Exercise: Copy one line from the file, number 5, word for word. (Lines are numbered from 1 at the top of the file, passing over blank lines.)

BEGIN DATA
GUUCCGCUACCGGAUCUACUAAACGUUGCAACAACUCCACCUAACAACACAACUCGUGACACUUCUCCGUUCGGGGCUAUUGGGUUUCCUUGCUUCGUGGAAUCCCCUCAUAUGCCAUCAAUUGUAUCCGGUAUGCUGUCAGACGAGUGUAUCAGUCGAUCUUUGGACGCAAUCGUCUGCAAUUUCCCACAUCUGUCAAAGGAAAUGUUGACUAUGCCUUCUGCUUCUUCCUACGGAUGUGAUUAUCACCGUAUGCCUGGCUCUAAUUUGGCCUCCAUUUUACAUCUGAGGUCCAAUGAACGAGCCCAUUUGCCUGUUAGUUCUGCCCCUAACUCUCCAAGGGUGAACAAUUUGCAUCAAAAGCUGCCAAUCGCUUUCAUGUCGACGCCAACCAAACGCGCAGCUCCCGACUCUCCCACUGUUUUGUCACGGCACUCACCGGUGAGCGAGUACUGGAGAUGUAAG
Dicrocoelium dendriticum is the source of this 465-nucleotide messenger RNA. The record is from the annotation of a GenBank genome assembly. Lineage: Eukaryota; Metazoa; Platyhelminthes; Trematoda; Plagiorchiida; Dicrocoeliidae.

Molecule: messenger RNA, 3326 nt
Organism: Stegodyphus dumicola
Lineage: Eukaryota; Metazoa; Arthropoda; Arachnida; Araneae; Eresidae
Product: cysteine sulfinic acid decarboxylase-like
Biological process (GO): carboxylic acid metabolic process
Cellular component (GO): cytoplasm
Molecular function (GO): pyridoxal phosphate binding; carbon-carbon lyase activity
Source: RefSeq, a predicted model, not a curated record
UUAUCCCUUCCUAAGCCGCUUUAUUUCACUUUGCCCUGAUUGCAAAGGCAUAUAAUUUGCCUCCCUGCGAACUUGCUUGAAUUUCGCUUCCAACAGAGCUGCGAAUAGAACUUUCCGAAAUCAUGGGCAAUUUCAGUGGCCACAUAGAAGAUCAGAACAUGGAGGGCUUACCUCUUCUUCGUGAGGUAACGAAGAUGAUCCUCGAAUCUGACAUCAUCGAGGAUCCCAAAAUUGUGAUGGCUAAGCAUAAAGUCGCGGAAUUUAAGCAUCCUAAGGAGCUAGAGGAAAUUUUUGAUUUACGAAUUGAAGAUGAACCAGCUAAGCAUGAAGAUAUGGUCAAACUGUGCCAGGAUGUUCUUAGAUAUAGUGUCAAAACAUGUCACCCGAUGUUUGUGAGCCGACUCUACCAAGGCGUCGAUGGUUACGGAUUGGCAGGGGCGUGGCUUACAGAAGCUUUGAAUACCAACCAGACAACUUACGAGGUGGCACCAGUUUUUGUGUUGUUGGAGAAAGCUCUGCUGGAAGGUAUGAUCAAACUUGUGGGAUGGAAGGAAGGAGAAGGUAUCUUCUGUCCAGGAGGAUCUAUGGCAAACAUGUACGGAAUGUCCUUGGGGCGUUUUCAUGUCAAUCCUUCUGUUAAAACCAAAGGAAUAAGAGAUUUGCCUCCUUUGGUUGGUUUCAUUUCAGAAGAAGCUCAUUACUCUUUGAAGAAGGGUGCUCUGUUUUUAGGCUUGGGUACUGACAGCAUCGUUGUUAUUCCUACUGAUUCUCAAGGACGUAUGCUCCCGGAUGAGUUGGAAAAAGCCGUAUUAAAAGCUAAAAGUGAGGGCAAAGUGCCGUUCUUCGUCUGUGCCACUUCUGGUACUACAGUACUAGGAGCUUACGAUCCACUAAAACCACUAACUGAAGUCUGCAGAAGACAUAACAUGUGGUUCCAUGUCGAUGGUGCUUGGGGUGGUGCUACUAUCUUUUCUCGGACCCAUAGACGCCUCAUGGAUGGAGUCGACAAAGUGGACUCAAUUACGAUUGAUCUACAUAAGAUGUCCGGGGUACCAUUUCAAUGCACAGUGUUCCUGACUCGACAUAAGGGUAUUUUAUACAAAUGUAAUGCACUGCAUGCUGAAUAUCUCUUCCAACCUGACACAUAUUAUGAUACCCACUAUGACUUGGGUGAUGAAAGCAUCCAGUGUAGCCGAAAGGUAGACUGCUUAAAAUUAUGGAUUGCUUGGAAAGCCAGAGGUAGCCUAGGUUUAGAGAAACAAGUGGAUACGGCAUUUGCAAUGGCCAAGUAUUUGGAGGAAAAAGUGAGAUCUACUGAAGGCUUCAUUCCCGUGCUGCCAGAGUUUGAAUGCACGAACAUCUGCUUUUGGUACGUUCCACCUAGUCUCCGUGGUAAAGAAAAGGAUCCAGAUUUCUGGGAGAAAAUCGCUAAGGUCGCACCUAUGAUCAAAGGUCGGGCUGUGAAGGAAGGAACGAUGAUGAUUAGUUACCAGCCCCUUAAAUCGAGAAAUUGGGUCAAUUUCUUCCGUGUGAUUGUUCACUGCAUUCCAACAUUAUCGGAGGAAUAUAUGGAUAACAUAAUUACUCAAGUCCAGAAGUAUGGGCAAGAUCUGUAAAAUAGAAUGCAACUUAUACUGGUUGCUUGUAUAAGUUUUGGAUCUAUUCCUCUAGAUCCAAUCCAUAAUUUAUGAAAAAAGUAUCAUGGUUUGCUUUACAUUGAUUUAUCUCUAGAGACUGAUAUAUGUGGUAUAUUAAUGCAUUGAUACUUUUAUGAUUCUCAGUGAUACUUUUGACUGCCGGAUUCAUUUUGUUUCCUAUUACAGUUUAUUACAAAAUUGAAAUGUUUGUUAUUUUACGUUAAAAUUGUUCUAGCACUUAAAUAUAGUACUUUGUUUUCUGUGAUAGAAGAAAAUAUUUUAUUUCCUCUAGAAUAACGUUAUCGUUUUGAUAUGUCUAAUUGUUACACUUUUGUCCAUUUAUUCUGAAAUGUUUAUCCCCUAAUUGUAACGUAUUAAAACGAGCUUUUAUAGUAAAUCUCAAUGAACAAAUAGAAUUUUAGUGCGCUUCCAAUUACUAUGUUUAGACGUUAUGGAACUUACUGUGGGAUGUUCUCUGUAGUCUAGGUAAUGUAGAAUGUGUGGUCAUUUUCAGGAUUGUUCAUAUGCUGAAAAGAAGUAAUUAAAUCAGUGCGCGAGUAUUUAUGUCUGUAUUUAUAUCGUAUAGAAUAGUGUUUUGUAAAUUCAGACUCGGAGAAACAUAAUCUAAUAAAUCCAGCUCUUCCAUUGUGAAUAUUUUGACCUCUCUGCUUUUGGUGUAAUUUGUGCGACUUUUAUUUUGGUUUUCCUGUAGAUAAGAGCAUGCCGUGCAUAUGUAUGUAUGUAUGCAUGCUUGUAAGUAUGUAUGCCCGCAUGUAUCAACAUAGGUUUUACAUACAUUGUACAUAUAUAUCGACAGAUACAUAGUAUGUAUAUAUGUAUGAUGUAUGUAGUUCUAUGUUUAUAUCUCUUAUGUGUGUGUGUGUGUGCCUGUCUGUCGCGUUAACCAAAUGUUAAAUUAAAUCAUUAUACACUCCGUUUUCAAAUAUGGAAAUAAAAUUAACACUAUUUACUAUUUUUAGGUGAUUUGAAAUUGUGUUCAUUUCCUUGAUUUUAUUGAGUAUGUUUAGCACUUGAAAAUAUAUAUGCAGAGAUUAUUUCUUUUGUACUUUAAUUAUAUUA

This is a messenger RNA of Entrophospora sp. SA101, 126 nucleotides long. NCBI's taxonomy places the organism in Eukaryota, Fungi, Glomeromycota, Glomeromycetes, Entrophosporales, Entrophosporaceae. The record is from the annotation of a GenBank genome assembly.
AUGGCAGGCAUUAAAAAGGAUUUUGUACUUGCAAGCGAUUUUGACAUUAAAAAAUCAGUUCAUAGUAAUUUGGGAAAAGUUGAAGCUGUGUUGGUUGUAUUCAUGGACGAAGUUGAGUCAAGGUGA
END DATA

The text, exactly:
Lineage: Eukaryota; Metazoa; Arthropoda; Arachnida; Araneae; Eresidae